When local restaurateur Tim Poynter (Karibo, Karibrew and the Timoti’s Seafood Shak chain) was serving as a Fernandina Beach City Commissioner he emphatically told me over a beer at his Karibrew bar that I was badly mistaken for ridiculing the city’s proposed new “It-looks-like-an-airplane” airport terminal.
If you haven’t seen it, it’s the building just off Amelia Island Parkway that resembles a fast food joint with two drive throughs and boasts a tail and nose that have nothing to do with the nearby Humane Society.
It ‘s reminiscent of an era when Sinclair Oil Company gas stations where built to resemble dinosaurs, some motel rooms out west looked like huge teepees, an Atlanta’s fried chicken joint became the legendary “Big Chicken” landmark, and ….well, you get the picture.
The designers, builders and enthusiastic Fernandina Beach city official boosters say the new airport terminal is intended to resemble a 4FU Corsair that flew out of the local airport during World War II.
Tim confidently and vigorously told me that the design was so unique that it would someday be featured on the covers of various aviation industry magazines. I replied that the only covers that odd design would grace would be Mad Magazine or the National Onion.
Well, Tim was right and so far I’ve been wrong. Take a look for yourself by going to Airport Improvement magazine’s site at: http://digital.airportimprovement.com?shareKey=52uQsS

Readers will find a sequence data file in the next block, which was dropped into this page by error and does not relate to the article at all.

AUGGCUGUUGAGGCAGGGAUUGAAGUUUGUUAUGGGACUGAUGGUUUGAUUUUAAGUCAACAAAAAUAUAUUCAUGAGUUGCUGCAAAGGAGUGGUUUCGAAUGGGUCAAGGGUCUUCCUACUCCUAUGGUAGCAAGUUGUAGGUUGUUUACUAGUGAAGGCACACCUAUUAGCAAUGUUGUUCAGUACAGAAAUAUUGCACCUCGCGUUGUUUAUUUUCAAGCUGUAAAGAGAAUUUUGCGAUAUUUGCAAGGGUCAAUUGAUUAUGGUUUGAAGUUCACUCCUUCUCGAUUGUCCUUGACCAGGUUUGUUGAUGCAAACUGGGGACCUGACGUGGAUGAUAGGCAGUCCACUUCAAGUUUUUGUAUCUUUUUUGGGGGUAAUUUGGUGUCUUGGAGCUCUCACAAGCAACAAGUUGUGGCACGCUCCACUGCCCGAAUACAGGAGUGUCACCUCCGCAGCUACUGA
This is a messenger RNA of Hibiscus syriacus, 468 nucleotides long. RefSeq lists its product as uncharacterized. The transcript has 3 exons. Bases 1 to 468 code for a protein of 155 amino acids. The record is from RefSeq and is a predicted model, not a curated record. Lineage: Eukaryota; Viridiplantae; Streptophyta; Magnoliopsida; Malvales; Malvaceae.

Fernandina Beach’s “It-looks-like-an-airplane-airport-terminal” was the most prominent of the five airport projects featured on the cover of the June-July issue of this website magazine that claims to attract 41,656 visitors each issue.
The article says the building resembles an airplane when it’s viewed from the air, which most of us will probably not be doing.
The “It-looks-like-an-airplane-from-the-air” terminal cost $4.4 million and the city manager, pro-terminal city commissioners, and others with a stake in this thing, say that much of that money will be recouped though increased airport revenues because of the new design.
According to the magazine article, those in charge say that in addition to being an attractive airport to fly in and out of, the new terminal will be an alluring venue for “luncheons, business meetings and weddings.” Weddings?